Russia’s geopolitical goals, its overall confrontation with the west, and its war against Ukraine will continue to be key to dimensioning Moscow’s military planning. Its rhetoric and threats are, however, what Russia has left in its arsenal to deter Sweden.

Small countries are, by definition, not sovereign according to Russian thinking. This is clear when Moscow talks about Finland’s and Sweden’s NATO accession. In his annual address to Parliament on 29 February this year, Vladimir Putin warned that Russia will need to answer to the threat that arises as “Sweden and Finland are pulled into NATO.” The notion that NATO accession was a sovereign decision — and came about as a direct consequence of Russia’s invasion of Ukraine — appears alien to Moscow’s security thinking.

In military strategic terms, Russia has found itself in a more exposed position in northern Europe since Sweden and Finland joined NATO. Russia has also suffered a political defeat, and Putin has lost face. Rather than pushing NATO back in Europe, the war has resulted in a NATO that has rediscovered a sense of mission and that is able to make plans and practical preparations by involving Sweden and Finland in the Baltic Sea region. This was not part of Moscow’s plan.

Russia’s Military Response

Only days after Putin spoke at the national legislature, Minister of Defence Sergei Shoigu claimed that the Russian decision to re-establish the Leningrad and Moscow military districts was a direct response to Sweden’s NATO accession. However, these plans — first announced by the Defence Ministry in December 2022 — are likely part of a larger reorganisation to meet the military threats that Moscow deems most urgent. Russia braces itself for a long-term confrontation with the west, and the war against Ukraine permeates just about everything in Russian security policy and military planning at present.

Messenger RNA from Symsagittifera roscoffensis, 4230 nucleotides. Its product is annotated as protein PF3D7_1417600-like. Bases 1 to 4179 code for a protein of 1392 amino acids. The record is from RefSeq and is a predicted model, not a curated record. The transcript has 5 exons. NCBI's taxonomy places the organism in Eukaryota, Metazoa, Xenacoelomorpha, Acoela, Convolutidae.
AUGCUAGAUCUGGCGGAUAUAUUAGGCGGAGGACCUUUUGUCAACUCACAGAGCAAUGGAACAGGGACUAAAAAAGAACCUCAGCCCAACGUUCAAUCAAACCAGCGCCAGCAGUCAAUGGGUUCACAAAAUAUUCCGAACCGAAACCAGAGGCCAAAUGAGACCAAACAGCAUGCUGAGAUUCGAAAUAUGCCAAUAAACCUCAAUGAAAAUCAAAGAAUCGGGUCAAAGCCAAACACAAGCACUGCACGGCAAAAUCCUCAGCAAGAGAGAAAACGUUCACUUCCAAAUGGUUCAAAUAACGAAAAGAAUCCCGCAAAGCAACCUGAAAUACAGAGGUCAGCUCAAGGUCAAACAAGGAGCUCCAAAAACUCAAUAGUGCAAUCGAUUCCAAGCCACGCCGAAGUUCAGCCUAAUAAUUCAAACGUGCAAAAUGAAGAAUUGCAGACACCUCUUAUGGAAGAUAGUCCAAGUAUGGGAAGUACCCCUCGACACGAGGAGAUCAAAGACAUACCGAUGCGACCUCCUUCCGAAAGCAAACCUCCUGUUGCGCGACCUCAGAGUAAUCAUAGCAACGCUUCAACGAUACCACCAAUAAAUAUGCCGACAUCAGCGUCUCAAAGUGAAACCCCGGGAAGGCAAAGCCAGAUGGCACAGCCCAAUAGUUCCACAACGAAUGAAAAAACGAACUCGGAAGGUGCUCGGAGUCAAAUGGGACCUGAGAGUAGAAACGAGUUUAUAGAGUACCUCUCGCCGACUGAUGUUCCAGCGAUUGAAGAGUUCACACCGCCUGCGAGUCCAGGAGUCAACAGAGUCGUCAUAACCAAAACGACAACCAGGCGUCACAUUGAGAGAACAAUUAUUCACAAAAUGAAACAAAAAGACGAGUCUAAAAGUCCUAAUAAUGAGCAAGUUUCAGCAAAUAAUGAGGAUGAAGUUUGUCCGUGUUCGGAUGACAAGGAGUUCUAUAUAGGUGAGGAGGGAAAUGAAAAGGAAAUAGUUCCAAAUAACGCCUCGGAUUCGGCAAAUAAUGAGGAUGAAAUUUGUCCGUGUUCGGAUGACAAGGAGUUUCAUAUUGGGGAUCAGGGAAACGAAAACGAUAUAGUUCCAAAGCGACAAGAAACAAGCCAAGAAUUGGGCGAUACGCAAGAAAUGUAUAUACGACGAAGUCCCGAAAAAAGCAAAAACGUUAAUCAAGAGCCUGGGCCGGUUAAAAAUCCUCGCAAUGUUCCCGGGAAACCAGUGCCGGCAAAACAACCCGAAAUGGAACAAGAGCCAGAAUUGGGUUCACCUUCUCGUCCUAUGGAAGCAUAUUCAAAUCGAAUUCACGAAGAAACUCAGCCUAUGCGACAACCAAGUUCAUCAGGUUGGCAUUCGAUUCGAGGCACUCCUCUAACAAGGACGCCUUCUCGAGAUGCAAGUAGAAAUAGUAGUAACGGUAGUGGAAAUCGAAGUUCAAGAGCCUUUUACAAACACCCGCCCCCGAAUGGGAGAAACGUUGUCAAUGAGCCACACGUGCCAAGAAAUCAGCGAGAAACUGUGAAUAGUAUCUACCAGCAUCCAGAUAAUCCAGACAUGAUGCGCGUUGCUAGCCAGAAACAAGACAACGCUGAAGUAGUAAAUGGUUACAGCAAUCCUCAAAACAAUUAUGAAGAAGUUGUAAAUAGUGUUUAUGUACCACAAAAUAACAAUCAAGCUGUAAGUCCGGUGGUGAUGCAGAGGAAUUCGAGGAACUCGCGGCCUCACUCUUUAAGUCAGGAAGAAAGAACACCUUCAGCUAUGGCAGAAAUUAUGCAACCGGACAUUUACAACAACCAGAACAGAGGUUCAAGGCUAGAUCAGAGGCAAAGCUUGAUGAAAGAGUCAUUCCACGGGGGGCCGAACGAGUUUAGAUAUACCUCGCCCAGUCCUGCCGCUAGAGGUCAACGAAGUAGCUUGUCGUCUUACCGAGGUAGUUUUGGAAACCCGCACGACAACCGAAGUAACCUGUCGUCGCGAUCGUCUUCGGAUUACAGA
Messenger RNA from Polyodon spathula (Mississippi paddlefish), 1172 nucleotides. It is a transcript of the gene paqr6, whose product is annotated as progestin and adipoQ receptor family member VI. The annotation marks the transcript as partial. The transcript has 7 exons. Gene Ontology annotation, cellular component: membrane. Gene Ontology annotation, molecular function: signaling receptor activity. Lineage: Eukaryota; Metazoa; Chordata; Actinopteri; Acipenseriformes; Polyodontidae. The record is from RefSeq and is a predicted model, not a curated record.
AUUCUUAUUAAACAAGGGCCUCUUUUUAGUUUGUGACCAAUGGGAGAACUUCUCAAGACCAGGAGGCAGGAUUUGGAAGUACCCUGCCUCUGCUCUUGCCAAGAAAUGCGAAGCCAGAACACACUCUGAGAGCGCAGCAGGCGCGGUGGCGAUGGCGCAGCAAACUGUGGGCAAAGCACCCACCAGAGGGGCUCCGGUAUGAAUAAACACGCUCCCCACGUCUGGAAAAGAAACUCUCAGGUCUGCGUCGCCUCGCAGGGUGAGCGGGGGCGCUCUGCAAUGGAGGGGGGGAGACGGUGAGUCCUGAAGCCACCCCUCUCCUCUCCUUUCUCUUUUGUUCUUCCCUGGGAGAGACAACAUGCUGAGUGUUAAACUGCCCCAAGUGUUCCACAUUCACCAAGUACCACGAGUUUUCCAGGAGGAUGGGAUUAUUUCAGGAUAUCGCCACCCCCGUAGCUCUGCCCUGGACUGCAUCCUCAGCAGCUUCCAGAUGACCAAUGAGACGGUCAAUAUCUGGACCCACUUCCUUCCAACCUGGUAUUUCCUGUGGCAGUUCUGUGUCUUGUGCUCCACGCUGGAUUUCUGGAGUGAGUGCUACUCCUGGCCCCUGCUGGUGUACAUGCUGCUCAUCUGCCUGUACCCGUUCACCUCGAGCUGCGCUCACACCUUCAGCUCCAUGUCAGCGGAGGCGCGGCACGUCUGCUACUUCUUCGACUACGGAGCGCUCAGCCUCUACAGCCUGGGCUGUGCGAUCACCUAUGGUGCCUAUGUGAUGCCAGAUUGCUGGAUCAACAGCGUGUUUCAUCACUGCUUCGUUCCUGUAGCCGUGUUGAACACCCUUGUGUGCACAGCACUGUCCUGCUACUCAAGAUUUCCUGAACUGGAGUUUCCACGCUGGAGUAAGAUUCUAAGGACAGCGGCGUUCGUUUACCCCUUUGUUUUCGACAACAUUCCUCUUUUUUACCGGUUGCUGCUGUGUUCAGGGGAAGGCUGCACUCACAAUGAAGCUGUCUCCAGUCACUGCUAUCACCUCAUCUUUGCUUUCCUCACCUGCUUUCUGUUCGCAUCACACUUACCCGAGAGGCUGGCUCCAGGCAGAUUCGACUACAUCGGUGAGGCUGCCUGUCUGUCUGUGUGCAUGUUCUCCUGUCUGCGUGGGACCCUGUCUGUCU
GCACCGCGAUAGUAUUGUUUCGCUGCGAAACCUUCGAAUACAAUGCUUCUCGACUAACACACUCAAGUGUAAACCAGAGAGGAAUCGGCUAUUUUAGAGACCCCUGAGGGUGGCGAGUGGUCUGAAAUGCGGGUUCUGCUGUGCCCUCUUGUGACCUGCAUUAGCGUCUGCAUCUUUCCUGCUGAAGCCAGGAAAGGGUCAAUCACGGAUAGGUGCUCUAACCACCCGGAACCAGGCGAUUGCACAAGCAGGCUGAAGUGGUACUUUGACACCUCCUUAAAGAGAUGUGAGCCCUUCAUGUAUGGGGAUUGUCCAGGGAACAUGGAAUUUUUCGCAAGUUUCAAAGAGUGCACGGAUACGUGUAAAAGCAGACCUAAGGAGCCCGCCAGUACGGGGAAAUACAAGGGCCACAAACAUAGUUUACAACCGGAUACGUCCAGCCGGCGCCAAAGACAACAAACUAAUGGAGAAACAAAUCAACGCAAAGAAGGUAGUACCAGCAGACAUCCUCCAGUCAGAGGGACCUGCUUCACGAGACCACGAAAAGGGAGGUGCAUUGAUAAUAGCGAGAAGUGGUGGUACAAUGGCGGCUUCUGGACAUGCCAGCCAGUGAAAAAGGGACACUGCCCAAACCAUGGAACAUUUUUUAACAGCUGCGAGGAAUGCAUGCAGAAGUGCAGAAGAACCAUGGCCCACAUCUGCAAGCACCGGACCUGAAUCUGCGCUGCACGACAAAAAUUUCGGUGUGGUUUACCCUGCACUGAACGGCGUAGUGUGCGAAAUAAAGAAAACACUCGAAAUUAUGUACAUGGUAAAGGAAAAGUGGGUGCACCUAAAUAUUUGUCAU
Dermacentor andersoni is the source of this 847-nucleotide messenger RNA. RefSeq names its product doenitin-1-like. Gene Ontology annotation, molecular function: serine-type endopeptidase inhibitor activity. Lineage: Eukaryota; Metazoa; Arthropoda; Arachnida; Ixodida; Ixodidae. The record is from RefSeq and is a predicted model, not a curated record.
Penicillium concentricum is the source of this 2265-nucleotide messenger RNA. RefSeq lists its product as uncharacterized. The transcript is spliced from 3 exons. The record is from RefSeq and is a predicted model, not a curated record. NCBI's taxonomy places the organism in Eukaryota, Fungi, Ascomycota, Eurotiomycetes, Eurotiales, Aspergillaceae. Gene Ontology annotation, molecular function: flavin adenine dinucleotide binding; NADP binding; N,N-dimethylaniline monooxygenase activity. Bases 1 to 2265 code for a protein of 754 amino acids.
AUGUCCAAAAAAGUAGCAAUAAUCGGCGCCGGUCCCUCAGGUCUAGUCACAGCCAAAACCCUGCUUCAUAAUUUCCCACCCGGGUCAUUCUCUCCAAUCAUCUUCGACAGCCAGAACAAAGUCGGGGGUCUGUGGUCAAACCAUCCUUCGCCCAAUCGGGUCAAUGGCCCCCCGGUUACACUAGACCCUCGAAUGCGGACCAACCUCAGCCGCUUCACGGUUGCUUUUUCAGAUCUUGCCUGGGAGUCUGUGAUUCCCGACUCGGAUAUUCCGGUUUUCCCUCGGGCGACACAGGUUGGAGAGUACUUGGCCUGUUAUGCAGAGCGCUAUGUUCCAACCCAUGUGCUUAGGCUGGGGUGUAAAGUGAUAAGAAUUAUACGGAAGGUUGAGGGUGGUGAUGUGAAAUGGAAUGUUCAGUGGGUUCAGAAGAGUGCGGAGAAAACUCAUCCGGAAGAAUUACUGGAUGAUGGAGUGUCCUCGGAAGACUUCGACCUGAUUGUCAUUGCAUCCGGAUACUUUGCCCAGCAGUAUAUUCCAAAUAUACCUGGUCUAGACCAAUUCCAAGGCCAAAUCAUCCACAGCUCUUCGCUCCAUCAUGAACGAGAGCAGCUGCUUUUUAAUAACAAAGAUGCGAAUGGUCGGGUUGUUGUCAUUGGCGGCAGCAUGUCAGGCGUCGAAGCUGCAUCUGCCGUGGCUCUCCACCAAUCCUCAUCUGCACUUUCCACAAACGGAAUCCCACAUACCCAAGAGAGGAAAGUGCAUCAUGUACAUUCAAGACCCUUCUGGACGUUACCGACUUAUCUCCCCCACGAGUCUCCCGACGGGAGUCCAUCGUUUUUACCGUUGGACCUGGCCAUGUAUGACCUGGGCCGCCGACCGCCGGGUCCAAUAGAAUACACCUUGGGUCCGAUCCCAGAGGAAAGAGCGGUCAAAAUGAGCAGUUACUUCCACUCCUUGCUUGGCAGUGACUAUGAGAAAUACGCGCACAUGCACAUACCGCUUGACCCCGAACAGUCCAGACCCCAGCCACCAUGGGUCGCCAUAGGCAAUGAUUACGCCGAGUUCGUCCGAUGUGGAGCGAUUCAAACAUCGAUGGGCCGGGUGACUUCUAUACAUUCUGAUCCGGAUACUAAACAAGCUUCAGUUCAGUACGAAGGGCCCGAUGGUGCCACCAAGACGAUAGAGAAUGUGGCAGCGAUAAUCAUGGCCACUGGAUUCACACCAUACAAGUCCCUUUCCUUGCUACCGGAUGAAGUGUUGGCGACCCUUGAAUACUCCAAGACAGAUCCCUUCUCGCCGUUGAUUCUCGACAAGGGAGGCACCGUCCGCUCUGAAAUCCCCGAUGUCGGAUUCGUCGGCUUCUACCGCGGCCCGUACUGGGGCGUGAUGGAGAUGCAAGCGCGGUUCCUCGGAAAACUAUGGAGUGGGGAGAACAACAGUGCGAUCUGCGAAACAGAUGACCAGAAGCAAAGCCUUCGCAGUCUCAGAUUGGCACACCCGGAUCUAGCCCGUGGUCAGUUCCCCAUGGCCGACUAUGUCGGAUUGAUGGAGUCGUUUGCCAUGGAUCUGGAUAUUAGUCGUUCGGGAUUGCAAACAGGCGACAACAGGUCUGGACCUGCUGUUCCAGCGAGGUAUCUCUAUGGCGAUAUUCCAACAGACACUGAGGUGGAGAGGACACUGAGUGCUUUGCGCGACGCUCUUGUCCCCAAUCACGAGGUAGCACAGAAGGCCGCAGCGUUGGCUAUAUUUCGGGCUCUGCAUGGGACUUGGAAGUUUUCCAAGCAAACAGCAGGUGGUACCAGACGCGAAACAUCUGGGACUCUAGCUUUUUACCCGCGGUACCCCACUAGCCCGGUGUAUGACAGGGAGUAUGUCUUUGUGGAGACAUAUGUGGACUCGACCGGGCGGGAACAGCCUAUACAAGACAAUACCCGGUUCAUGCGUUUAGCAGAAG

Russia finds itself in a worse military strategic position in northern Europe now, compared to pre-February 2022. All other countries around the Baltic Sea are NATO members. Initially, Moscow put on a brave face, claiming that the two Nordic Allies were always part of the “collective west” anyway. However, for Russia’s military planners, NATO enlargement signifies that Finland and Sweden will be integrated into the Alliance’s standing command structure with assigned resources, responsibilities, and tasks. It makes practical preparations within a NATO framework possible, which already manifested in joint exercises such as Nordic Response 2024 in northern Scandinavia this March.

Russia has reiterated its need to respond by “military-technical measures” since 2022. This is an intentionally vague term that Moscow resorts not only in order to emphasise its displeasure but also to influence decision-making in the west. Apart from re-organising the military districts, Moscow intends to upgrade a total of seven motorised infantry brigades to divisions (that is, not only in the Leningrad military district) and to create an army corps in Karelia. The plan is for Russia’s Armed Forces to grow up to 1.5 million troops.